July 15, 2018 7:48 pm at 7:48 pm #1558076Takes2-2tangoParticipant
July 15, 2018
Let’s ignore the poor logic employed by hoover. Not worth a response.
Allegedly the Chasam Sofer said any drosha not in Yiddish is treif.
May be for ballimore standards your a maven but not for the vast majority of yiddin who think with thier head.
Maybe you should do your share of home work before telling us to ignore facts. Fact 1 . What hoover and others wrote about yiddish being exactly what it is. A language made up of many other languages and thereby no kedisha whatsoever is attached to it . Also the fact is the chasam sofer never considered yidish a holy language and i challenge you to show us where he actually says it to be holy. As far as what hoover wrote , its all fact . If you dont like it thats just too bad, dont kill the messenger who gives you the facts even though its against your agenda.July 15, 2018 7:49 pm at 7:49 pm #1558077
one can conjecture if one so wishes,whatever one likes
In the Sefer B’Tuv Yerushalayim it relates that the Maharil Diskin refused to speak to a certain Talmid Chacham of Jerusalem because he used to spek only Loshon HaKodesh. Said the Maharil Diskin, “For generations we are accustomed to speaking Yiddish, not Loshon HaKodesh.”
p.s. However it seems is disciple R’ Sonnenfeld later regretted this .He even answered the Mandate language census replying he spoke hebrew
Of Interest,the Debreciner Rav ZL was asked about about english and he replied that “Yeshivishizing” english suffices to fulfill what the Chasam Sofer wanted. We borrow many expressions from Yiddish, Aramaic (as in l’chorah, memaileh etc) and Hebrew (like mamsh), as well as changing the usage and syntax (The usage of the word “by” in “I was by so-and-so for Shabbos” )July 15, 2018 7:50 pm at 7:50 pm #1558085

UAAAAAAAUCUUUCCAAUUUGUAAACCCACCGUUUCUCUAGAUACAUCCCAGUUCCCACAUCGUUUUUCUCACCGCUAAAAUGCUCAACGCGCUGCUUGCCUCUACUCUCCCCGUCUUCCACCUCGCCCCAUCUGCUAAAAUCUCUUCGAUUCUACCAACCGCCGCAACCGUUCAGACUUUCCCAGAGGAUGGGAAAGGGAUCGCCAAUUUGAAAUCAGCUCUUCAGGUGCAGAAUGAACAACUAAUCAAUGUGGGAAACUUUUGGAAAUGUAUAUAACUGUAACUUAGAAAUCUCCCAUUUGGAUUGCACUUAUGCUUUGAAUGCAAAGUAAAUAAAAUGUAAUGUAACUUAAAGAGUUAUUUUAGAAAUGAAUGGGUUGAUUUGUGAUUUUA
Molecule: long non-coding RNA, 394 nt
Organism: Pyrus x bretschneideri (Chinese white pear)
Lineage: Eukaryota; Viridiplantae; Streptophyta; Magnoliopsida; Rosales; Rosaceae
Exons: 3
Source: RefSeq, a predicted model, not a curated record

1. Regarding the Septuagint, the point is that it did not make Greek holy (and BTW, the lingua franca of the roman Middle East was not classical Greek but Koine Greek).
2. The takkana to use Yiddish was a response to the Neolog (Reform) who were, as they said, more Hungarian than the Hungarians. BTW, the bachurim in Pressburg earned an external academic diploma in return for a draft exemption as theological students. This stood the Orthodox in good stead when Franz Josef was forced to sign a compromise with the Hungarians that included him speaking in Hungarian, which is an extremely difficult language, while in Hungary. The head of the Neologs spoke to him in literary Hungarian, which annoyed him very much. When the Chief Rabbi, Rav Koppel Weiss, first met him the Emperor started to rattle off his prepared speech when the rabbi interrupted him and told him in perfect German that he did not understand Hungarian. FJ patted him on the shoulder and said “We are two old gentlemen. We will never learn this language”.
Ubi, the first generation to grow up in America also did not use Yiddish in their daily lives except for a word here and there. In any case, Yiddish was certainly not spoken by Sephardim (who mainly spoke Ladino) or the Eidot haMizrach (Judeo-Arabic). Yiddish is simply a dialect of German. in fact, I have a friend whose wife is from Switzerland. She told me that Yiddish is close enough to Swiss-German that she can understand it if the person speaks slowly.July 15, 2018 7:53 pm at 7:53 pm #1558188
the Sefer B’Tuv Yerushalayim relates that the Maharil Diskin refused to speak to a certain Talmid Chacham of Jerusalem because he used to spek only Loshon HaKodesh. Said the Maharil Diskin, “For generations we are accustomed to speaking Yiddish, not Loshon HaKodesh.”
p.s. However its possible that R’ Sonnenfeld later regretted this .He even answered the Mandate language census replying he spoke hebrewJuly 15, 2018 7:53 pm at 7:53 pm #1558197
“Yidden have learnt Torah and spoken in Yiddish for a thousand years.”
Rashi, one of the Gedolim of about 1000 years ago, spoke French. The Rif did not speak Yiddish.
Joseph, like you said before, let’s look at the Gedolim.July 15, 2018 8:03 pm at 8:03 pm #1558218
MDG, take a majority of gedolim from the last 50 years, 100 years or 200 years — your choice — and any pick you choose an absolute majority of gedolim spoke Yiddish and learn Torah in Yiddish.July 15, 2018 8:39 pm at 8:39 pm #1558224
I was pointing out that your 2 statements (of Gedolim and 1000 yeats) contradict each other.
But even in the last 200 years, why was Yiddish used? I would say for convenience; that’s what they all spoke. Not because of Kiddushah.
And if you say Yiddish has Kidushah, at what point did this Kidushah come upon it?July 15, 2018 9:01 pm at 9:01 pm #1558228
There’s no contradiction whatsoever. For the last thousand years Yiddish has been the overwhelming chosen language over any other for both the simple yidden and for the gedolim. And for both Torah learning as well as for everyday talking.July 15, 2018 11:00 pm at 11:00 pm #1558269